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Gibson & Walk - Brief Description Of Study

  • Gibson and Walk's depth perception experiments aimed to determine at what point depth perception is developed amongst humans, establishing either a basis of genetic predisposition or environmental influence.
  • In order to make comparisons between precocial animals etc. Gibson and Walk placed animals in situations in which they were intentionally supposed to fear harm and react accordingly.
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Gibson & Walk - Outlining Ethical Issues

  • Gibson and Walk's experiments on depth perception obviously break a range of the ethical guidelines outlined for the use of animal participants, thus ethical issues have arisen.
  • Removal from natural habitat
  • Protection from psychological harm
  • At the very least.
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Gibson & Walk - Discussion Of Ethical Issues

  • When discussing the ethical issues that may have arisen it is ncessary to consider why it may be appropriate to do so as apart of a cost-benefit analysis and why it may not be.
  • The experiments on precocial animals allowed for a good comparison between precocial animals (innate depth perception) and non-precocial animals (learnt from environment).
  • The experiment has provided good practical applications.
  • The animals did not really incur any physical harm.
  • However any results obtained from animals may not be effectively applied to human beings and therefore may represent unnecessary harm.
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Gardner & Gardner - Brief Description Of Study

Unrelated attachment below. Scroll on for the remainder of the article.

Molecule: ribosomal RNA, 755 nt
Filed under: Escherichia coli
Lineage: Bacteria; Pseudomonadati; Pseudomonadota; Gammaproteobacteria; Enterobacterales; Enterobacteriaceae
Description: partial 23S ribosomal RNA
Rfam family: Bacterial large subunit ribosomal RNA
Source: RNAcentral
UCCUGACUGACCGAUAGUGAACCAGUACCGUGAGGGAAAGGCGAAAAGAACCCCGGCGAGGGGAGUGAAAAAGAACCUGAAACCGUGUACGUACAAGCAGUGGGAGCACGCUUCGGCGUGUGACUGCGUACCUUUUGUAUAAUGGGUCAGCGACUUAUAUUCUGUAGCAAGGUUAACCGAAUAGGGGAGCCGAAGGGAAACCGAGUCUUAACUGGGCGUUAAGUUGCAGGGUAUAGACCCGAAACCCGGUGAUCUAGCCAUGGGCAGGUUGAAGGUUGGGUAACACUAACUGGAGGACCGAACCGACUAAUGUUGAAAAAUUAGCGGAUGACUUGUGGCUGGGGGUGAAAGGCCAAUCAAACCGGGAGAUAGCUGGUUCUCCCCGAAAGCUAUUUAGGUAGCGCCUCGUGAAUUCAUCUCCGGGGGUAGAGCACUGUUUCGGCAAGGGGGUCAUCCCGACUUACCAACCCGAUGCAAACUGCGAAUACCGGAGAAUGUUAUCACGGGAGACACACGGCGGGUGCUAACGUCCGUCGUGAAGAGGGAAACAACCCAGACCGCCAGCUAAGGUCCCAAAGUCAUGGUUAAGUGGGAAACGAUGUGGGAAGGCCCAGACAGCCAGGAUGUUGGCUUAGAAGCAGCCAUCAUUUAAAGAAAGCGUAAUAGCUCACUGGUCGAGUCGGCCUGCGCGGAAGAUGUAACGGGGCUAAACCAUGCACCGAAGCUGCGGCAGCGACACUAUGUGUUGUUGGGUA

• Gardner and Gardner raised Washoe, a female chimpanzee, with a constant effort to teach her to acquire and use language in order to communicate with human beings. She was raised in captivity and solitude (from other chimpanzees) for most of her life.
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Gardner & Garnder - Outlining Ethical Issues

  • Obviously Gardner and Gardner's unique case is guilty of breaking a range of ethical guidelines and creating many ethical issues.
  • Removal from natural habitat
  • Protection from psychological harm
  • Maternal deprivation
  • Teaching unnatural behaviour
  • At the very least.
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Gardner & Gardner - Discussion Of Ethical Issues

  • When discussing the ethical issues that may have arisen it is necessary to consider why it may be appropriate to do so as apart of a cost-benefit analysis and why it may not be.
  • Reportedly Washoe did not appear distressed although this may be subject to some bias.
  • Given that Washoe was not human, we cannot really gauge emotion and decipher whether or not she was distressed. Moreover our attempts to do so involve aspects of the attribution theory and are unreliable and based on human norms.
  • Again this is a piece of animal research and therefore it cannot be effectively applied to human beings and thus any harm caused may be unnecessary.
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Research To Cite - Brief

  • Harlow's monkeys (1960's)